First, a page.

If you should find yourself seeking a professional counselor on or offline or using family and friends as listening ears about problems, know that you have reached the point where you don't feel like you can manage it. This is why it is so important to know who you are trusting your life to whether it is recorded messages online or face-to-face counseling sessions. A good adviser is going to provide you with solutions that go beyond self-reflection exercises. Of course, it is extremely helpful to question whether your perception in a matter is indeed accurate, but you don't want to stay in that place to the point that you are doing things like: doubting your feelings, whether events happened in the way you saw them, was what you heard true, belittling yourself, esteeming an abuser, often thinking something is wrong with you for reacting, etc.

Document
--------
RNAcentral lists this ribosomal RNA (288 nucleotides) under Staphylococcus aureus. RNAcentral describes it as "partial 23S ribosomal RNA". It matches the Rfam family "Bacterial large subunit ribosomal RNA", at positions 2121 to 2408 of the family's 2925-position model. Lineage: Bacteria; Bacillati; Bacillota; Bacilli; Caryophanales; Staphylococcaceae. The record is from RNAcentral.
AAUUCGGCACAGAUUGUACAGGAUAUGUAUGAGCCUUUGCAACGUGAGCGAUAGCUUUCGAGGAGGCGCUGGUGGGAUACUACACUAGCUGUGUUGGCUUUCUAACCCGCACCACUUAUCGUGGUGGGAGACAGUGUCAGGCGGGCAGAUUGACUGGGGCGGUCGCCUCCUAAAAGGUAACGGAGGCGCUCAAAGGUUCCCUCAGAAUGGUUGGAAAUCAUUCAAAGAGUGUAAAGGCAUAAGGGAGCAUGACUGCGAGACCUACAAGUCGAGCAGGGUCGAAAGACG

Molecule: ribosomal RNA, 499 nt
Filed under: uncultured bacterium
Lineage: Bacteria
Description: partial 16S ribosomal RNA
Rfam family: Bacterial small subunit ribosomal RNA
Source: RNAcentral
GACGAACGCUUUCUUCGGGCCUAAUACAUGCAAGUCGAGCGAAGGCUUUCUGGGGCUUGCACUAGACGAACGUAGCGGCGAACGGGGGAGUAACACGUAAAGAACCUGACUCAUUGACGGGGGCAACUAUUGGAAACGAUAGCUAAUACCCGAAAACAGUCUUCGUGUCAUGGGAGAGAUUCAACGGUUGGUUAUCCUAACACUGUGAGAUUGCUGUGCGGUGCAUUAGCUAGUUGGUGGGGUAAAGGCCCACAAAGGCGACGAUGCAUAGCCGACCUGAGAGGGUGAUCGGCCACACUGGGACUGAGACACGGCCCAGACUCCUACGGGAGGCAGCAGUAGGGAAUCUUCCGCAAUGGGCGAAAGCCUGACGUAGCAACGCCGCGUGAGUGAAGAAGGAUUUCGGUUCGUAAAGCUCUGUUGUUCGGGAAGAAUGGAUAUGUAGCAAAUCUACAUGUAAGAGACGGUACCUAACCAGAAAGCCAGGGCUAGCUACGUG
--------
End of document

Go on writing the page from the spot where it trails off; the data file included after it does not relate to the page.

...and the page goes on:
No matter what someone says or how comical, motherly, and clever a person might be in showing you some silly, dumb or stupid things about you, stay away from becoming your own worse enemy, abusing yourself, while elevating popular counselors, codependents and abusers. Most of all, check to see if you are doing these things to others.
Nicholl McGuire is the author of many books, blogs and provides online administrative support for individuals and businesses.